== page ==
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Solar Cell Technology Can be Improved with Hot Electrons

16 January 2018

Photons with energy higher than the “band gap” of a semiconductor absorbing them create a phenomenon called hot electrons. The extra energy in the band gap is lost very quickly, because it is converted into heat and therefore does not contribute to the voltage. University of Groningen Professor of Photophysics and Optoelectronics Maria Antonietta Loi has found a material that allows hot electrons to retain their high energy levels for a much longer period of time. This could make it possible to use more energy in order to obtain a higher voltage in solar cells.

Professor of Photophysics and Optoelectronics Maria Antonietta Loi, Zernike Institute for Advanced Materials, University of Groningen. Source: Sylvia GermesProfessor of Photophysics and Optoelectronics Maria Antonietta Loi, Zernike Institute for Advanced Materials, University of Groningen. Source: Sylvia Germes

The efficiency of solar panels is hampered by a Goldilocks problem. Photons need to have exactly the right amount of energy to be converted into free electronics, which contributes to the voltage. With not enough energy, the photons will pass through the solar panel. With too much energy, the excess energy will disappear as heat.

The latter problem is due to the creation of hot electronics. Before the electrons can be extracted from the solar cells, the hot electronics first give off excess energy by causing vibrations in the crystalline material of the solar panel.

“This energy loss puts a limit on the maximum efficiency of solar cells,” explains Loi.

Loi is working on a new type of solar cell made from organic-inorganic hybrid perovskites. Perovskites are named after a mineral that has the chemical formula ABX3. In the X position, anions form an octahedron; in the A position, cations form a cube around them; meanwhile, a central cation takes the B position. There are many materials in the perovskite family that adopt this crystal structure. Hybrid perovskites contain organic cations in the A position.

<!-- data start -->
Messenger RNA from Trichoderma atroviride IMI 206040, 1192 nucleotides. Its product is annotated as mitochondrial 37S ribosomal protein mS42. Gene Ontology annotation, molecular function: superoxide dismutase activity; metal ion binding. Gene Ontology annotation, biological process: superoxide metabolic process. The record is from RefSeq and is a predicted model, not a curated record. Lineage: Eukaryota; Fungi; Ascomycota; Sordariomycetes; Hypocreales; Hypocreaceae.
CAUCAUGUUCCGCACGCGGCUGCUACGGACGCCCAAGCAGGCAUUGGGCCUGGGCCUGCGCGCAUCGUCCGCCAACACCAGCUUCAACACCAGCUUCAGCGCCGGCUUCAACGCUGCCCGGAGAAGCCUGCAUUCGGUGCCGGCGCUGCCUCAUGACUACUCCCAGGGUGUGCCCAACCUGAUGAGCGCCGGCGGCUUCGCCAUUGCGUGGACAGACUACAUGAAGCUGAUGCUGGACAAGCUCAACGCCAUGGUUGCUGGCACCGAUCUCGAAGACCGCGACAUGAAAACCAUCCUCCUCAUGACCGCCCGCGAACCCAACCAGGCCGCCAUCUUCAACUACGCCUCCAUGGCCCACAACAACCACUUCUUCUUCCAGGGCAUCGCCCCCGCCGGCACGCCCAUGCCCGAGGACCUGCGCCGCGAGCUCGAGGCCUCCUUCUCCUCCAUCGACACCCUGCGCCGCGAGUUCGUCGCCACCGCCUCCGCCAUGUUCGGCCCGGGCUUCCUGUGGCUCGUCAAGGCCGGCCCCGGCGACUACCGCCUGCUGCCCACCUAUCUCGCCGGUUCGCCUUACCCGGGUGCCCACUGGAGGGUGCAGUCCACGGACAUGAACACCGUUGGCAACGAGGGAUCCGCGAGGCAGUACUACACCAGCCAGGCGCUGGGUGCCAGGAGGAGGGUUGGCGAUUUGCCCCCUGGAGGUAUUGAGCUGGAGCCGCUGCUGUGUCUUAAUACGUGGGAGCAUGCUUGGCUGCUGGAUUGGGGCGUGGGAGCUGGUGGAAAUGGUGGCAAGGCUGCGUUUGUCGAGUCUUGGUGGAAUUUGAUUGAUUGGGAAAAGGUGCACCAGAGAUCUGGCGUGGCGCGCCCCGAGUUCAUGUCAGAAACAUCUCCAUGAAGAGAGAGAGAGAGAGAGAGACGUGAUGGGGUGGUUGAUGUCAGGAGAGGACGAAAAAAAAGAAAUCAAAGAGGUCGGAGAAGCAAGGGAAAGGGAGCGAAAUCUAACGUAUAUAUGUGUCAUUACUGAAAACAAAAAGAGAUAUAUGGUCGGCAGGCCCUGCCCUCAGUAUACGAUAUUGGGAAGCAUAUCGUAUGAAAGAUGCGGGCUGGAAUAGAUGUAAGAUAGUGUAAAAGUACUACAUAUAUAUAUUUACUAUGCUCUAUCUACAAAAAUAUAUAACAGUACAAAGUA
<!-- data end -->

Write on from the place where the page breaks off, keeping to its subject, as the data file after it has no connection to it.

Most hybrid-perovskite solar cells contain lead, which is toxic. Loi’s group has developed a record-breaking 9 percent efficiency in hybrid-perovskite solar cells that contain harmless tin instead of lead.

"When we studied this material further, we observed something strange," Loi continues.

The results mean that the hot electrons produced in the tin-based solar cells took about a thousand times longer than usual to dissipate excess energy.

"The hot electrons gave off their energy after several nanoseconds instead of some hundred femtoseconds. Finding such long-lived hot electrons is what everybody in this field is hoping for," says Loi.

The longer lifespan makes it possible to harvest the electrons’ energy before it turns into heat. This means electrons could be harvested with a higher energy and creates a higher voltage in the solar cell. Theoretical calculations show that, by harvesting the hot electrons, the maximum efficiency for hybrid-perovskite solar cells could increase from 33 percent to 66 percent.

The next step is to figure out why the tin-based hybrid perovskite slows the decay of hot electrons. The new perovskite materials could be the next step to providing clean and sustainable energy in the future.

The paper on this research was published in Nature Communications.

To contact the author of this article, email Siobhan.Treacy@ieeeglobalspec.com


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